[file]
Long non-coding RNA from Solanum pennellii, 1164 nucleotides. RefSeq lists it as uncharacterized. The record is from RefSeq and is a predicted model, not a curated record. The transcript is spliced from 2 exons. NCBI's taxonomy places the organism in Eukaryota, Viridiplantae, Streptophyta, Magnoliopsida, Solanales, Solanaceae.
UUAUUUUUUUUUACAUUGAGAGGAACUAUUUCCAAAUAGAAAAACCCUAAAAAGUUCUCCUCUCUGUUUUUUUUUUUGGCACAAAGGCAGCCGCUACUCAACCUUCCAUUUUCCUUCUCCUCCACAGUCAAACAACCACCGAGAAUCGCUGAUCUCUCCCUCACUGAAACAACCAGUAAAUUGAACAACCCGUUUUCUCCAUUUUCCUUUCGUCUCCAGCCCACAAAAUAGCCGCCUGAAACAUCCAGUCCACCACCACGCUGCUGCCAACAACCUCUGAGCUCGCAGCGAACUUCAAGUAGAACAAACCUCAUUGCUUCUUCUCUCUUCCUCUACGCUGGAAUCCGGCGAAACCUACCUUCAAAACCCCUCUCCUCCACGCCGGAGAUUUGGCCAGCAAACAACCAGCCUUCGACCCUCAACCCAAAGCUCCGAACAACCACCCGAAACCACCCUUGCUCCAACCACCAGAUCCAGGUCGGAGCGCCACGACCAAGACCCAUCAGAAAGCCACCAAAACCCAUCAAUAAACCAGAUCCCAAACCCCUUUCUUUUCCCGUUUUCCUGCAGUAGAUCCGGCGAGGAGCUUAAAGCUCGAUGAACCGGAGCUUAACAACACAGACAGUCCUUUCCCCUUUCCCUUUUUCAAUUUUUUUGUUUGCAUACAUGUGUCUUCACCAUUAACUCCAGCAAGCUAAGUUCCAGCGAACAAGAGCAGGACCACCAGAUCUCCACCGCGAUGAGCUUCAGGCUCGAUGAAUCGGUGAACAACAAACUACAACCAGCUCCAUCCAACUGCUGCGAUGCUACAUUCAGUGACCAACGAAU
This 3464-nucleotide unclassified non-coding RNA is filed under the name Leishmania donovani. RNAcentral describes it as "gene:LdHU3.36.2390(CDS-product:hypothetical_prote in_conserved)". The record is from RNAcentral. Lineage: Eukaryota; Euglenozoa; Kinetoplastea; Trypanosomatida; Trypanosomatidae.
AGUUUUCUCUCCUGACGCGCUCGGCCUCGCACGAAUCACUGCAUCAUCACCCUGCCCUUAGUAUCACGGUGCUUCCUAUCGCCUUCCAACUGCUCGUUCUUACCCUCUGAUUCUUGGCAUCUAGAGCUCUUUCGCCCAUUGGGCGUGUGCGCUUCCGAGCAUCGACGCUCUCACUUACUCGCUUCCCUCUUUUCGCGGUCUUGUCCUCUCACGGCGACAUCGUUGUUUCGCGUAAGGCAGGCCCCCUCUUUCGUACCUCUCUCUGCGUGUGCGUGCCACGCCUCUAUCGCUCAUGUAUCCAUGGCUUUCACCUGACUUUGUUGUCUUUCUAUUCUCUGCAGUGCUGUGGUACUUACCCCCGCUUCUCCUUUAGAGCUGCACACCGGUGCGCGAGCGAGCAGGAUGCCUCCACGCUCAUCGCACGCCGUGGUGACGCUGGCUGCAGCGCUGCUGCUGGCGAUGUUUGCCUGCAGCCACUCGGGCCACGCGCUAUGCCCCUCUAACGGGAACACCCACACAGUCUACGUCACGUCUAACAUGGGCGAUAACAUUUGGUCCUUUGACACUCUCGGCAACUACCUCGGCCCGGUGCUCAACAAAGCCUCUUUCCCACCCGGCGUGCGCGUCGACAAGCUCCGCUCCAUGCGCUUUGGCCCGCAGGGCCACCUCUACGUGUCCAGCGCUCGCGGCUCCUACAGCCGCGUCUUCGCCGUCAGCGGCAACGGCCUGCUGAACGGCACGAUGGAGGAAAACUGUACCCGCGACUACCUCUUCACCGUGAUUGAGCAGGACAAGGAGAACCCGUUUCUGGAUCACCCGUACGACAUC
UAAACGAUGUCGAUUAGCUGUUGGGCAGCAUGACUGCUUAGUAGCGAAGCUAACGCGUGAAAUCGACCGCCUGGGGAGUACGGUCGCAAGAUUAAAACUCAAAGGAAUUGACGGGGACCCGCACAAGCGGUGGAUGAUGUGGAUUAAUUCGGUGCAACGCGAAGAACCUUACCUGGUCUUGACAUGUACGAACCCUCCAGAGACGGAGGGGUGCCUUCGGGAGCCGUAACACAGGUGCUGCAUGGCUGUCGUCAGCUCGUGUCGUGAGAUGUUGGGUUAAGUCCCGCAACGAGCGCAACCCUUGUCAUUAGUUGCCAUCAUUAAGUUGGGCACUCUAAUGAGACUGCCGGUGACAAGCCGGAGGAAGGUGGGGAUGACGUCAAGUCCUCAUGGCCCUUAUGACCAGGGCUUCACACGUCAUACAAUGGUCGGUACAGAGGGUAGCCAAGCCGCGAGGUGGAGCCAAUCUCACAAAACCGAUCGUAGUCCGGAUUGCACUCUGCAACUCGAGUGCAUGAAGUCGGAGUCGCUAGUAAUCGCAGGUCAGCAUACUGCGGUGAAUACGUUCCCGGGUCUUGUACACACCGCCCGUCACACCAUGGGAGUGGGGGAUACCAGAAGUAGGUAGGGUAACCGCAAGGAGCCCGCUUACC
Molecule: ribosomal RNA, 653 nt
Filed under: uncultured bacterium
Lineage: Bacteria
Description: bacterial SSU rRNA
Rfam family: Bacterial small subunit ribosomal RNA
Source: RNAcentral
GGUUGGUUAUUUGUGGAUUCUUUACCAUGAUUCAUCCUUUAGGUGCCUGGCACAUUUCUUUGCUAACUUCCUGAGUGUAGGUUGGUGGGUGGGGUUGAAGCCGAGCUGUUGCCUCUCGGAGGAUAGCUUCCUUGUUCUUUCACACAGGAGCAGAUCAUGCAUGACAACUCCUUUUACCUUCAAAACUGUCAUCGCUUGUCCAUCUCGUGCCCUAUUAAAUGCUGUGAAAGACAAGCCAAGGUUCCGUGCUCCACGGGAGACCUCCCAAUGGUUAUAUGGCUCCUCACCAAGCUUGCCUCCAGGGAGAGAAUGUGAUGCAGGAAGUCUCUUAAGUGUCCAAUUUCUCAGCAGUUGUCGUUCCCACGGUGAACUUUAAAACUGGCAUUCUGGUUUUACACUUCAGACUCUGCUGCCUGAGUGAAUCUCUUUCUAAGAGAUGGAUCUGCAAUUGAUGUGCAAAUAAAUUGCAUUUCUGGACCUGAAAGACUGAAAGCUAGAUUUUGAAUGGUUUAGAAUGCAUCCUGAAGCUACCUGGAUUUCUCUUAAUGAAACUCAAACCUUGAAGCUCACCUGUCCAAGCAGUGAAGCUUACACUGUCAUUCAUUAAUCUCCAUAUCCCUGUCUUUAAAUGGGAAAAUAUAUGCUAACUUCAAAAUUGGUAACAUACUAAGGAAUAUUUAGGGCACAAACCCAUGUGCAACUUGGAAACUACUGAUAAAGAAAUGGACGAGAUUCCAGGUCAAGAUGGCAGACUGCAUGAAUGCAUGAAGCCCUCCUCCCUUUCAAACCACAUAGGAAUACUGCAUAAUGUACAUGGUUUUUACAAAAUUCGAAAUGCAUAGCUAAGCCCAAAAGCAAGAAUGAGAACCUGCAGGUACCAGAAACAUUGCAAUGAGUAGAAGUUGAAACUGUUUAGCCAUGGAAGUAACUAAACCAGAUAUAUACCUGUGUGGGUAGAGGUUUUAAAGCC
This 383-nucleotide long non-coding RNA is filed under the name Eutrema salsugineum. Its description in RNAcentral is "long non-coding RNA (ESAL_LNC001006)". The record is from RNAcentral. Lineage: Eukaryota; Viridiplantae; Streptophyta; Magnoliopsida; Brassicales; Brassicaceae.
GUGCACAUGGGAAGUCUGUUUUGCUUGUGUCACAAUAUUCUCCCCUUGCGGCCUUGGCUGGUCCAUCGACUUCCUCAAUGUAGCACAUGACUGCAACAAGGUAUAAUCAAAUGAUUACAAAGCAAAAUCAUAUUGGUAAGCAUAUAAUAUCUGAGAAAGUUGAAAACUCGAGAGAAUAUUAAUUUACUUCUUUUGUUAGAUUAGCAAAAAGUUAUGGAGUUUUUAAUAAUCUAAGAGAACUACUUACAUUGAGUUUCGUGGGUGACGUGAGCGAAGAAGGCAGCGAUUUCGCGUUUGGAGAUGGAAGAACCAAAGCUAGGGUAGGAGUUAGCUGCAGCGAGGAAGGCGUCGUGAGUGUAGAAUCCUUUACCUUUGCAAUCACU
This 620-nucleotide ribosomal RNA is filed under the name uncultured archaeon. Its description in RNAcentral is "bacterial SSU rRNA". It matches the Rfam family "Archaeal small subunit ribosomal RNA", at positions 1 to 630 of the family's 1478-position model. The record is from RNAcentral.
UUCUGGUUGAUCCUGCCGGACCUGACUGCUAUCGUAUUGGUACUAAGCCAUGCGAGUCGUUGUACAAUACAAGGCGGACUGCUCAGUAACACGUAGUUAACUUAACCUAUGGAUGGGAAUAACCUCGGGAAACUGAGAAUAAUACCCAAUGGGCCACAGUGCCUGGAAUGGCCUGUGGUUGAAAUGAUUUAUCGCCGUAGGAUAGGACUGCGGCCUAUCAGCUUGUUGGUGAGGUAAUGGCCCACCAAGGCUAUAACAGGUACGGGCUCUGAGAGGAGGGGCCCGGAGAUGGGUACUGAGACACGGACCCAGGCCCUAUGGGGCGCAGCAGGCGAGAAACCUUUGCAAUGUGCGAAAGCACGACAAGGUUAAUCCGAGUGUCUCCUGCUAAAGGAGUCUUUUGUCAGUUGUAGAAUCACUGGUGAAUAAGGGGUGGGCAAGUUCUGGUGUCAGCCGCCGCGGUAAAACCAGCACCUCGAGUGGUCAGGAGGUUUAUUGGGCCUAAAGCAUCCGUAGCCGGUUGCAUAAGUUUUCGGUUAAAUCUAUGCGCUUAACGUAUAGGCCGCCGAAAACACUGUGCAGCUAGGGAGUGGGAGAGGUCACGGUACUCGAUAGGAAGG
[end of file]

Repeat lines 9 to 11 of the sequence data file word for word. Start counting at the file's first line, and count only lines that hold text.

Description: bacterial SSU rRNA
Rfam family: Bacterial small subunit ribosomal RNA
Source: RNAcentral